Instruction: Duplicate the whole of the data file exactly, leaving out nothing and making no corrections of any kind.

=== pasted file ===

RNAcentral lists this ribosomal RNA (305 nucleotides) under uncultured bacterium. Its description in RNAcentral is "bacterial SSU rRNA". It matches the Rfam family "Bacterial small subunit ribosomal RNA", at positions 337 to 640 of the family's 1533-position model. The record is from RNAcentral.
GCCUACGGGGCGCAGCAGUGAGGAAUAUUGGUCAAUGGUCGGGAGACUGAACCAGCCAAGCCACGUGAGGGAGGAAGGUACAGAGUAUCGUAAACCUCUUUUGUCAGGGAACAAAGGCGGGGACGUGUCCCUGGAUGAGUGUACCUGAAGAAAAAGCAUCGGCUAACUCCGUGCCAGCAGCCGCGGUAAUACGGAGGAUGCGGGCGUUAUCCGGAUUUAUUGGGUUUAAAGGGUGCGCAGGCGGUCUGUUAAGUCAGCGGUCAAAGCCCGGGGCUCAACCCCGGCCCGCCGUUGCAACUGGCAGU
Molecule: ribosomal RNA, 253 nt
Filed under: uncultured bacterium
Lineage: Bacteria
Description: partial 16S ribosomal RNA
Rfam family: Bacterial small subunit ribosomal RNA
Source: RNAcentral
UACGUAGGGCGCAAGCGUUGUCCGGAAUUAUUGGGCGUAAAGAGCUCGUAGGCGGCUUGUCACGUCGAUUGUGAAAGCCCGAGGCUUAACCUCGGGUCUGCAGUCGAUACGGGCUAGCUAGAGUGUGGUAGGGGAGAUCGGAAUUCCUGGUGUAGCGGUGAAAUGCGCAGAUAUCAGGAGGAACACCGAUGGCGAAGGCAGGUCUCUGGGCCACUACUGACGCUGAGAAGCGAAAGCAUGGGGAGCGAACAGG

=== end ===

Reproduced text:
RNAcentral lists this ribosomal RNA (305 nucleotides) under uncultured bacterium. Its description in RNAcentral is "bacterial SSU rRNA". It matches the Rfam family "Bacterial small subunit ribosomal RNA", at positions 337 to 640 of the family's 1533-position model. The record is from RNAcentral.
GCCUACGGGGCGCAGCAGUGAGGAAUAUUGGUCAAUGGUCGGGAGACUGAACCAGCCAAGCCACGUGAGGGAGGAAGGUACAGAGUAUCGUAAACCUCUUUUGUCAGGGAACAAAGGCGGGGACGUGUCCCUGGAUGAGUGUACCUGAAGAAAAAGCAUCGGCUAACUCCGUGCCAGCAGCCGCGGUAAUACGGAGGAUGCGGGCGUUAUCCGGAUUUAUUGGGUUUAAAGGGUGCGCAGGCGGUCUGUUAAGUCAGCGGUCAAAGCCCGGGGCUCAACCCCGGCCCGCCGUUGCAACUGGCAGU
Molecule: ribosomal RNA, 253 nt
Filed under: uncultured bacterium
Lineage: Bacteria
Description: partial 16S ribosomal RNA
Rfam family: Bacterial small subunit ribosomal RNA
Source: RNAcentral
UACGUAGGGCGCAAGCGUUGUCCGGAAUUAUUGGGCGUAAAGAGCUCGUAGGCGGCUUGUCACGUCGAUUGUGAAAGCCCGAGGCUUAACCUCGGGUCUGCAGUCGAUACGGGCUAGCUAGAGUGUGGUAGGGGAGAUCGGAAUUCCUGGUGUAGCGGUGAAAUGCGCAGAUAUCAGGAGGAACACCGAUGGCGAAGGCAGGUCUCUGGGCCACUACUGACGCUGAGAAGCGAAAGCAUGGGGAGCGAACAGG